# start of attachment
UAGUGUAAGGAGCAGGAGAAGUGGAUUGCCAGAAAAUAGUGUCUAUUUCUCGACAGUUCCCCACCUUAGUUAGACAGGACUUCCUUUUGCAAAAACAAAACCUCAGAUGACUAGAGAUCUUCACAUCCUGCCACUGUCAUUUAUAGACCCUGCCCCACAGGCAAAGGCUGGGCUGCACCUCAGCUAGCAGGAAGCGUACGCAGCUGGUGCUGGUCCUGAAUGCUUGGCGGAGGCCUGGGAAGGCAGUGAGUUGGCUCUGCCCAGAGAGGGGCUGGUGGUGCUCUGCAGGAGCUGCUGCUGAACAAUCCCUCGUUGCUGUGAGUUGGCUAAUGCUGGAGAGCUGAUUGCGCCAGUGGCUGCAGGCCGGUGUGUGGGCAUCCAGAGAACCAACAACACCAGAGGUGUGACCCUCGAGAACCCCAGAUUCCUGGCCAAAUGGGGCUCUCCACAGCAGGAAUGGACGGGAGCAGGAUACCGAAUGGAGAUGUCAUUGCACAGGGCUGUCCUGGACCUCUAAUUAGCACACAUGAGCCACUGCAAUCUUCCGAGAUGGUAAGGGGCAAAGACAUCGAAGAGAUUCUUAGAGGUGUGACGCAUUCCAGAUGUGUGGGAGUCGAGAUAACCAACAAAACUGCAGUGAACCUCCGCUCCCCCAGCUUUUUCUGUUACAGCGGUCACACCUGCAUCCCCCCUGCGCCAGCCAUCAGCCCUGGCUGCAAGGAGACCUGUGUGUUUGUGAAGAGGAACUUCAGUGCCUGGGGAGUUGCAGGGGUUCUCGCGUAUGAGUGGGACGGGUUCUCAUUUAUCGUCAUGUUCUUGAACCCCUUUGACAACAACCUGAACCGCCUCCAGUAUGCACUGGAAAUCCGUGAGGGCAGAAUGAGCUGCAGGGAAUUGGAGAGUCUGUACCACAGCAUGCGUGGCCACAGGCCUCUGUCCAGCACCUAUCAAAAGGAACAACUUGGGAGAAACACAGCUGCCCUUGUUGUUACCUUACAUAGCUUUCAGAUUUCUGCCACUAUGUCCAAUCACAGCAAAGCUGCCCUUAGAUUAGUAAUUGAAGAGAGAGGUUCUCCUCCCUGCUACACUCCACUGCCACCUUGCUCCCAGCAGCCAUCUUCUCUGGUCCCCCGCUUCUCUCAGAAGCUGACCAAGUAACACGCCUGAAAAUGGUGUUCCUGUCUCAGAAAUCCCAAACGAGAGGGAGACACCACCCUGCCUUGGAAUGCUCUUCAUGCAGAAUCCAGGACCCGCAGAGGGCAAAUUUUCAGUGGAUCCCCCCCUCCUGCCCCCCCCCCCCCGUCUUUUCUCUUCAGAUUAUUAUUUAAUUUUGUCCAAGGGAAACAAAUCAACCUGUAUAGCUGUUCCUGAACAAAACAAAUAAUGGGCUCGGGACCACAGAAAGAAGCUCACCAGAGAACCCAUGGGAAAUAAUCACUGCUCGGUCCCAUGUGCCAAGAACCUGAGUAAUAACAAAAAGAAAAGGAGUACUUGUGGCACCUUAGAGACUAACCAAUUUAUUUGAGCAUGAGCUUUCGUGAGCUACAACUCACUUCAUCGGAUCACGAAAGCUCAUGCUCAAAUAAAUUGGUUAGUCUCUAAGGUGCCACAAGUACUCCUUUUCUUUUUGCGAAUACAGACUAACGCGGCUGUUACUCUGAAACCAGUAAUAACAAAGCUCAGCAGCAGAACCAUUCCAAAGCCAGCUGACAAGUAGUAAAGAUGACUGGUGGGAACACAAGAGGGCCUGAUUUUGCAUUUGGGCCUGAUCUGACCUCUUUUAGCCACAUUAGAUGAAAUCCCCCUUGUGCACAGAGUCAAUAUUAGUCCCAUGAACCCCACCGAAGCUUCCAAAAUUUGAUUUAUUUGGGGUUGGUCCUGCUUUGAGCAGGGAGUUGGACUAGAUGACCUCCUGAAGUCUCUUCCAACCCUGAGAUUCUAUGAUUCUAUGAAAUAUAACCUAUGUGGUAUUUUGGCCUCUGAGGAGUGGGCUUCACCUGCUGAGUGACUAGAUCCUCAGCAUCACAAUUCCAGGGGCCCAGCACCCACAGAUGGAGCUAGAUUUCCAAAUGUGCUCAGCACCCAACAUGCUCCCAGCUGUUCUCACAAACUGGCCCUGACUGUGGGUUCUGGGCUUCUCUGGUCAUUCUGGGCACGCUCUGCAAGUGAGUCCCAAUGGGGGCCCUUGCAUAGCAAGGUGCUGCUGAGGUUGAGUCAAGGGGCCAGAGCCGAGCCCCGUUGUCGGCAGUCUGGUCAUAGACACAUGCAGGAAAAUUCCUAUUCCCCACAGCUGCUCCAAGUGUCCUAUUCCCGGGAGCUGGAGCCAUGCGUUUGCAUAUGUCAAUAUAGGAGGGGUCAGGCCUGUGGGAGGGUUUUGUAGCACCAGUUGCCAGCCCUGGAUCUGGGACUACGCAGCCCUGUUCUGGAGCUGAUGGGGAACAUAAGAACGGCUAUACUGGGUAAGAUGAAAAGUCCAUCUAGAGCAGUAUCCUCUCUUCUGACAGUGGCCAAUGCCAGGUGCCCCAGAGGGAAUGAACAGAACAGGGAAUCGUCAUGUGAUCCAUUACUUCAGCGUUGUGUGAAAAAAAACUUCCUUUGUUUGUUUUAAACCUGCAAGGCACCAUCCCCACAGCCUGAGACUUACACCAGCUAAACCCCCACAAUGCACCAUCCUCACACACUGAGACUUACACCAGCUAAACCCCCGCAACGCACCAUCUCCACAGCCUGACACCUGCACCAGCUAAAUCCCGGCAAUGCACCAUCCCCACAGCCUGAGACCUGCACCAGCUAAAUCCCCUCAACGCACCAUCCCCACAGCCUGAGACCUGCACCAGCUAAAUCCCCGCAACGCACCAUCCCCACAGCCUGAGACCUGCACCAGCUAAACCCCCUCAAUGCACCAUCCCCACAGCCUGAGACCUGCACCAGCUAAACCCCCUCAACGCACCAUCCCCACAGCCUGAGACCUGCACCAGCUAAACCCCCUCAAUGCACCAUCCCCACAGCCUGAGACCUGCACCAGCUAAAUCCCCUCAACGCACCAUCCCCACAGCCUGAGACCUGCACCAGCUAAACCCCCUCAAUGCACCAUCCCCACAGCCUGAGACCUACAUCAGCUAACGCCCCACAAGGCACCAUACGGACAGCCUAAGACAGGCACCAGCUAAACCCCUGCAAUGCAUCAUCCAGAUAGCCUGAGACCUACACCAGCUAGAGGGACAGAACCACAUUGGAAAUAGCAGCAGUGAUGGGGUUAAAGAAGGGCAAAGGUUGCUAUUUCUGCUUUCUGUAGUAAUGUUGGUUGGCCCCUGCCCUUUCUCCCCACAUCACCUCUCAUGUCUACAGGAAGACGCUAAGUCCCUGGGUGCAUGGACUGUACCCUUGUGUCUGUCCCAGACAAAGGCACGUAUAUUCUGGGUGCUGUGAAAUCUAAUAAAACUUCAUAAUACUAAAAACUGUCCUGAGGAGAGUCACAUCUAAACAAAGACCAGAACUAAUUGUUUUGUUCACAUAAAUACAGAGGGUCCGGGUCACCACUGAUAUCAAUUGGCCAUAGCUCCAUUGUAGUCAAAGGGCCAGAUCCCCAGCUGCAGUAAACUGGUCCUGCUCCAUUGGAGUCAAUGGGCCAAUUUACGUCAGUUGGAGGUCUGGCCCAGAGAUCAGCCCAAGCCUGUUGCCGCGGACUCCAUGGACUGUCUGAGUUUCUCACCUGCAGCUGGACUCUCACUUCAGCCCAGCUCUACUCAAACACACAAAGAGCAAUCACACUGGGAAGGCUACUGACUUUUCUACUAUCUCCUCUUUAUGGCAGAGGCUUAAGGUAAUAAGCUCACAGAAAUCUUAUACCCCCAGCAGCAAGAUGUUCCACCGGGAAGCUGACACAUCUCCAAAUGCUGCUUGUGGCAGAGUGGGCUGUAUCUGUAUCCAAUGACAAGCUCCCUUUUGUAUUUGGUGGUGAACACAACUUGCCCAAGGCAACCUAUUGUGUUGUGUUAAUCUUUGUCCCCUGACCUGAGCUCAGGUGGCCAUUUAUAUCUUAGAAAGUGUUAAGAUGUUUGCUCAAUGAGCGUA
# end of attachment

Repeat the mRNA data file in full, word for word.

UAGUGUAAGGAGCAGGAGAAGUGGAUUGCCAGAAAAUAGUGUCUAUUUCUCGACAGUUCCCCACCUUAGUUAGACAGGACUUCCUUUUGCAAAAACAAAACCUCAGAUGACUAGAGAUCUUCACAUCCUGCCACUGUCAUUUAUAGACCCUGCCCCACAGGCAAAGGCUGGGCUGCACCUCAGCUAGCAGGAAGCGUACGCAGCUGGUGCUGGUCCUGAAUGCUUGGCGGAGGCCUGGGAAGGCAGUGAGUUGGCUCUGCCCAGAGAGGGGCUGGUGGUGCUCUGCAGGAGCUGCUGCUGAACAAUCCCUCGUUGCUGUGAGUUGGCUAAUGCUGGAGAGCUGAUUGCGCCAGUGGCUGCAGGCCGGUGUGUGGGCAUCCAGAGAACCAACAACACCAGAGGUGUGACCCUCGAGAACCCCAGAUUCCUGGCCAAAUGGGGCUCUCCACAGCAGGAAUGGACGGGAGCAGGAUACCGAAUGGAGAUGUCAUUGCACAGGGCUGUCCUGGACCUCUAAUUAGCACACAUGAGCCACUGCAAUCUUCCGAGAUGGUAAGGGGCAAAGACAUCGAAGAGAUUCUUAGAGGUGUGACGCAUUCCAGAUGUGUGGGAGUCGAGAUAACCAACAAAACUGCAGUGAACCUCCGCUCCCCCAGCUUUUUCUGUUACAGCGGUCACACCUGCAUCCCCCCUGCGCCAGCCAUCAGCCCUGGCUGCAAGGAGACCUGUGUGUUUGUGAAGAGGAACUUCAGUGCCUGGGGAGUUGCAGGGGUUCUCGCGUAUGAGUGGGACGGGUUCUCAUUUAUCGUCAUGUUCUUGAACCCCUUUGACAACAACCUGAACCGCCUCCAGUAUGCACUGGAAAUCCGUGAGGGCAGAAUGAGCUGCAGGGAAUUGGAGAGUCUGUACCACAGCAUGCGUGGCCACAGGCCUCUGUCCAGCACCUAUCAAAAGGAACAACUUGGGAGAAACACAGCUGCCCUUGUUGUUACCUUACAUAGCUUUCAGAUUUCUGCCACUAUGUCCAAUCACAGCAAAGCUGCCCUUAGAUUAGUAAUUGAAGAGAGAGGUUCUCCUCCCUGCUACACUCCACUGCCACCUUGCUCCCAGCAGCCAUCUUCUCUGGUCCCCCGCUUCUCUCAGAAGCUGACCAAGUAACACGCCUGAAAAUGGUGUUCCUGUCUCAGAAAUCCCAAACGAGAGGGAGACACCACCCUGCCUUGGAAUGCUCUUCAUGCAGAAUCCAGGACCCGCAGAGGGCAAAUUUUCAGUGGAUCCCCCCCUCCUGCCCCCCCCCCCCCGUCUUUUCUCUUCAGAUUAUUAUUUAAUUUUGUCCAAGGGAAACAAAUCAACCUGUAUAGCUGUUCCUGAACAAAACAAAUAAUGGGCUCGGGACCACAGAAAGAAGCUCACCAGAGAACCCAUGGGAAAUAAUCACUGCUCGGUCCCAUGUGCCAAGAACCUGAGUAAUAACAAAAAGAAAAGGAGUACUUGUGGCACCUUAGAGACUAACCAAUUUAUUUGAGCAUGAGCUUUCGUGAGCUACAACUCACUUCAUCGGAUCACGAAAGCUCAUGCUCAAAUAAAUUGGUUAGUCUCUAAGGUGCCACAAGUACUCCUUUUCUUUUUGCGAAUACAGACUAACGCGGCUGUUACUCUGAAACCAGUAAUAACAAAGCUCAGCAGCAGAACCAUUCCAAAGCCAGCUGACAAGUAGUAAAGAUGACUGGUGGGAACACAAGAGGGCCUGAUUUUGCAUUUGGGCCUGAUCUGACCUCUUUUAGCCACAUUAGAUGAAAUCCCCCUUGUGCACAGAGUCAAUAUUAGUCCCAUGAACCCCACCGAAGCUUCCAAAAUUUGAUUUAUUUGGGGUUGGUCCUGCUUUGAGCAGGGAGUUGGACUAGAUGACCUCCUGAAGUCUCUUCCAACCCUGAGAUUCUAUGAUUCUAUGAAAUAUAACCUAUGUGGUAUUUUGGCCUCUGAGGAGUGGGCUUCACCUGCUGAGUGACUAGAUCCUCAGCAUCACAAUUCCAGGGGCCCAGCACCCACAGAUGGAGCUAGAUUUCCAAAUGUGCUCAGCACCCAACAUGCUCCCAGCUGUUCUCACAAACUGGCCCUGACUGUGGGUUCUGGGCUUCUCUGGUCAUUCUGGGCACGCUCUGCAAGUGAGUCCCAAUGGGGGCCCUUGCAUAGCAAGGUGCUGCUGAGGUUGAGUCAAGGGGCCAGAGCCGAGCCCCGUUGUCGGCAGUCUGGUCAUAGACACAUGCAGGAAAAUUCCUAUUCCCCACAGCUGCUCCAAGUGUCCUAUUCCCGGGAGCUGGAGCCAUGCGUUUGCAUAUGUCAAUAUAGGAGGGGUCAGGCCUGUGGGAGGGUUUUGUAGCACCAGUUGCCAGCCCUGGAUCUGGGACUACGCAGCCCUGUUCUGGAGCUGAUGGGGAACAUAAGAACGGCUAUACUGGGUAAGAUGAAAAGUCCAUCUAGAGCAGUAUCCUCUCUUCUGACAGUGGCCAAUGCCAGGUGCCCCAGAGGGAAUGAACAGAACAGGGAAUCGUCAUGUGAUCCAUUACUUCAGCGUUGUGUGAAAAAAAACUUCCUUUGUUUGUUUUAAACCUGCAAGGCACCAUCCCCACAGCCUGAGACUUACACCAGCUAAACCCCCACAAUGCACCAUCCUCACACACUGAGACUUACACCAGCUAAACCCCCGCAACGCACCAUCUCCACAGCCUGACACCUGCACCAGCUAAAUCCCGGCAAUGCACCAUCCCCACAGCCUGAGACCUGCACCAGCUAAAUCCCCUCAACGCACCAUCCCCACAGCCUGAGACCUGCACCAGCUAAAUCCCCGCAACGCACCAUCCCCACAGCCUGAGACCUGCACCAGCUAAACCCCCUCAAUGCACCAUCCCCACAGCCUGAGACCUGCACCAGCUAAACCCCCUCAACGCACCAUCCCCACAGCCUGAGACCUGCACCAGCUAAACCCCCUCAAUGCACCAUCCCCACAGCCUGAGACCUGCACCAGCUAAAUCCCCUCAACGCACCAUCCCCACAGCCUGAGACCUGCACCAGCUAAACCCCCUCAAUGCACCAUCCCCACAGCCUGAGACCUACAUCAGCUAACGCCCCACAAGGCACCAUACGGACAGCCUAAGACAGGCACCAGCUAAACCCCUGCAAUGCAUCAUCCAGAUAGCCUGAGACCUACACCAGCUAGAGGGACAGAACCACAUUGGAAAUAGCAGCAGUGAUGGGGUUAAAGAAGGGCAAAGGUUGCUAUUUCUGCUUUCUGUAGUAAUGUUGGUUGGCCCCUGCCCUUUCUCCCCACAUCACCUCUCAUGUCUACAGGAAGACGCUAAGUCCCUGGGUGCAUGGACUGUACCCUUGUGUCUGUCCCAGACAAAGGCACGUAUAUUCUGGGUGCUGUGAAAUCUAAUAAAACUUCAUAAUACUAAAAACUGUCCUGAGGAGAGUCACAUCUAAACAAAGACCAGAACUAAUUGUUUUGUUCACAUAAAUACAGAGGGUCCGGGUCACCACUGAUAUCAAUUGGCCAUAGCUCCAUUGUAGUCAAAGGGCCAGAUCCCCAGCUGCAGUAAACUGGUCCUGCUCCAUUGGAGUCAAUGGGCCAAUUUACGUCAGUUGGAGGUCUGGCCCAGAGAUCAGCCCAAGCCUGUUGCCGCGGACUCCAUGGACUGUCUGAGUUUCUCACCUGCAGCUGGACUCUCACUUCAGCCCAGCUCUACUCAAACACACAAAGAGCAAUCACACUGGGAAGGCUACUGACUUUUCUACUAUCUCCUCUUUAUGGCAGAGGCUUAAGGUAAUAAGCUCACAGAAAUCUUAUACCCCCAGCAGCAAGAUGUUCCACCGGGAAGCUGACACAUCUCCAAAUGCUGCUUGUGGCAGAGUGGGCUGUAUCUGUAUCCAAUGACAAGCUCCCUUUUGUAUUUGGUGGUGAACACAACUUGCCCAAGGCAACCUAUUGUGUUGUGUUAAUCUUUGUCCCCUGACCUGAGCUCAGGUGGCCAUUUAUAUCUUAGAAAGUGUUAAGAUGUUUGCUCAAUGAGCGUA